voice teacher, mezzo-soprano, pianist, educator, was one of four children born to Dr. Thomas Nelson Baker and Elizabeth Baytop Baker in Pittsfield, Massachusetts. Her father's parents were slaves. Dr. Thomas Nelson Baker was born a slave on 11 August 1860 and worked on the farm until he was twenty-one years old. He was one of five children and was the first African American to earn and receive a Ph.D. in Philosophy from Yale University in 1906. In 1890 he received a B.A. from Boston University and a Bachelor's in Divinity from Yale University and studied psychology and philosophy from 1896 to 1900 at Yale Graduate School. He was minister of the Dixwell Congregational Church in New Haven, Connecticut, from 1896 to 1900. He was listed in Who's Who in New England, 1908–1909 and his writings paved the way for the Harlem Renaissance era ...
Robert W. Logan
One of the most successful pop singers of all time, Whitney Houston is the only recording artist to have seven consecutive singles reach number one on the charts. By the early 2000s, she had sold 120 million albums and 50 million singles, and even managed to make a million-seller out of The Star Spangled Banner—twice.
Whitney Houston was born in Newark, New Jersey, to John and Emily (Drinkard) Houston. Her mother was the R&B and gospel singer popularly known as Cissy Houston, and at the time of Whitney’s birth, her father was the executive secretary of the Newark Central Planning Board.
Houston began singing in church appearing with the New Hope Baptist Church of Newark choir from the time that she was nine When she was fifteen she performed with her mother at a benefit concert at Carnegie Hall and began appearing with her at local clubs ...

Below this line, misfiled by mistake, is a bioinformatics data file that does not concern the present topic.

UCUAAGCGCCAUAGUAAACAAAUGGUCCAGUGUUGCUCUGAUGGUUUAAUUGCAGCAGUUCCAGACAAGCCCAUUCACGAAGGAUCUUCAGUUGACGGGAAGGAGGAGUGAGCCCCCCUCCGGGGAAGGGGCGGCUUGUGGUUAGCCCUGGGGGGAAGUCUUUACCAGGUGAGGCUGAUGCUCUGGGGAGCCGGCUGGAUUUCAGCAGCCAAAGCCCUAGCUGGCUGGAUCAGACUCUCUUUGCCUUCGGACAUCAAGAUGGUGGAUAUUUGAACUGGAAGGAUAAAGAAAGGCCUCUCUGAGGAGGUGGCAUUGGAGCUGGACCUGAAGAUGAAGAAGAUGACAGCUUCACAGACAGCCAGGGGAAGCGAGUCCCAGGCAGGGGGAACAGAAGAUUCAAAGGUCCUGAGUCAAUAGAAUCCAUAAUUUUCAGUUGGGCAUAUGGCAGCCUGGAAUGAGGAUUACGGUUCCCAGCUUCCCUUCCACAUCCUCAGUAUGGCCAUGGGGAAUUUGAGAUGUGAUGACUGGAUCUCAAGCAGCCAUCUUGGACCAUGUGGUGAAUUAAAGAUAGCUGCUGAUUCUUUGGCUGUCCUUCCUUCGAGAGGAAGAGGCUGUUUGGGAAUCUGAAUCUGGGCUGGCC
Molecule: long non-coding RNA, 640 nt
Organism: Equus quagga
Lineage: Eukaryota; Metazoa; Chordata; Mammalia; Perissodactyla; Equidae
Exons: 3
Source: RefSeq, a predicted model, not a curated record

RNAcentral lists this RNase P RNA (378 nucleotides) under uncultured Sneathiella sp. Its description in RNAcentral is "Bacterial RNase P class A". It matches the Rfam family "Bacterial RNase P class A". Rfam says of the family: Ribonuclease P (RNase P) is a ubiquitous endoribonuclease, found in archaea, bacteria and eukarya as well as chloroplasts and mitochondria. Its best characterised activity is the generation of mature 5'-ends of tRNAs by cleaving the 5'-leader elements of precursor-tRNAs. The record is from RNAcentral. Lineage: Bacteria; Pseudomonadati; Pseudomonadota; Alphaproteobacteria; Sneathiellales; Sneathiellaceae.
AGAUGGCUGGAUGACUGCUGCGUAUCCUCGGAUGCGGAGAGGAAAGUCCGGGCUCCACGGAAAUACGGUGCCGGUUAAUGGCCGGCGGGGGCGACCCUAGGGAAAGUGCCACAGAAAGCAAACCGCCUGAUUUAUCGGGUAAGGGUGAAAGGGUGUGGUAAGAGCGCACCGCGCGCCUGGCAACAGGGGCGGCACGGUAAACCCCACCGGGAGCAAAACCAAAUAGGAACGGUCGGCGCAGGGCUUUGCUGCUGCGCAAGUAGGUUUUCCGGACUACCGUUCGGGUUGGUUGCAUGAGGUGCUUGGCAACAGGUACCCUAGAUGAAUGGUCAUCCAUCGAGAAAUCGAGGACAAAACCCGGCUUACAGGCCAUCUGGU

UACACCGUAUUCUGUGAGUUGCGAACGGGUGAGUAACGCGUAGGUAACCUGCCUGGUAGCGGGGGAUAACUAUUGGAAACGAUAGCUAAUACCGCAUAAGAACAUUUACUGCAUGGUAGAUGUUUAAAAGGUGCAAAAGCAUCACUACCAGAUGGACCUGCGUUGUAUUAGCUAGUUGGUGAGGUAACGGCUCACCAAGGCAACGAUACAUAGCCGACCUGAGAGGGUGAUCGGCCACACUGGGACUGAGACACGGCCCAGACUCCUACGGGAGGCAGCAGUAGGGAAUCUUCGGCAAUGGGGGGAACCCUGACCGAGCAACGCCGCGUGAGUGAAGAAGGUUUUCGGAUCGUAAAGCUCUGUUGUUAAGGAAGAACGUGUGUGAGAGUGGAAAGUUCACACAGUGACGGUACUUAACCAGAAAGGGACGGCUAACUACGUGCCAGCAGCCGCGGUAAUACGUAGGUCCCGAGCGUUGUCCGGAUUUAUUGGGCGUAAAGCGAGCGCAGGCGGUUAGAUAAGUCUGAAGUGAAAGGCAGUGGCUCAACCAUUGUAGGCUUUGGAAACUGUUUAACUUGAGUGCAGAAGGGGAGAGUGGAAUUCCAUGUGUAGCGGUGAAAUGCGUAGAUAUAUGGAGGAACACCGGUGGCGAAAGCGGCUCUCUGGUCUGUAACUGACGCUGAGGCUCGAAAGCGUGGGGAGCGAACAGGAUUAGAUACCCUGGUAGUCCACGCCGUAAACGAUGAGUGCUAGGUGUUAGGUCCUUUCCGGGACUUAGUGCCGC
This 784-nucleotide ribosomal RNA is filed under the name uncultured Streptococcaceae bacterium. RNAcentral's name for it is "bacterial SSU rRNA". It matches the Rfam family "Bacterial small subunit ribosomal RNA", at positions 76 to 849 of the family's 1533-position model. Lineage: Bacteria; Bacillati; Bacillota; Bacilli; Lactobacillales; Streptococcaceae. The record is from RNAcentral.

Alexander J. Chenault
educator and founder of Harlem's The Modern School, was born in Jacksonville, Florida, the only daughter of Nora Ethel Floyd and J. Rosamond Johnson. Her father, a singer, composer, and musician, and her uncle, the lawyer and poet James Weldon Johnson, cocreated the Black National Anthem, “Lift Every Voice and Sing.” Her mother was a homemaker. Mildred Johnson was married once to Hedley Vivian Edwards, a wealthy Jamaican businessman and horticulturist with whom she had one daughter, K. Melanie Edwards, and whom she later divorced (1963).
When Mildred was very young, the family moved to New York City, settling in Harlem. Mildred was homeschooled through kindergarten by her Bahamian paternal grandmother, Helen Louise Billet an educator herself When Mildred was six she began attending the School of Ethical Culture an elite private school in New York City She grew up in a house ...
Sibyl Collins Wilson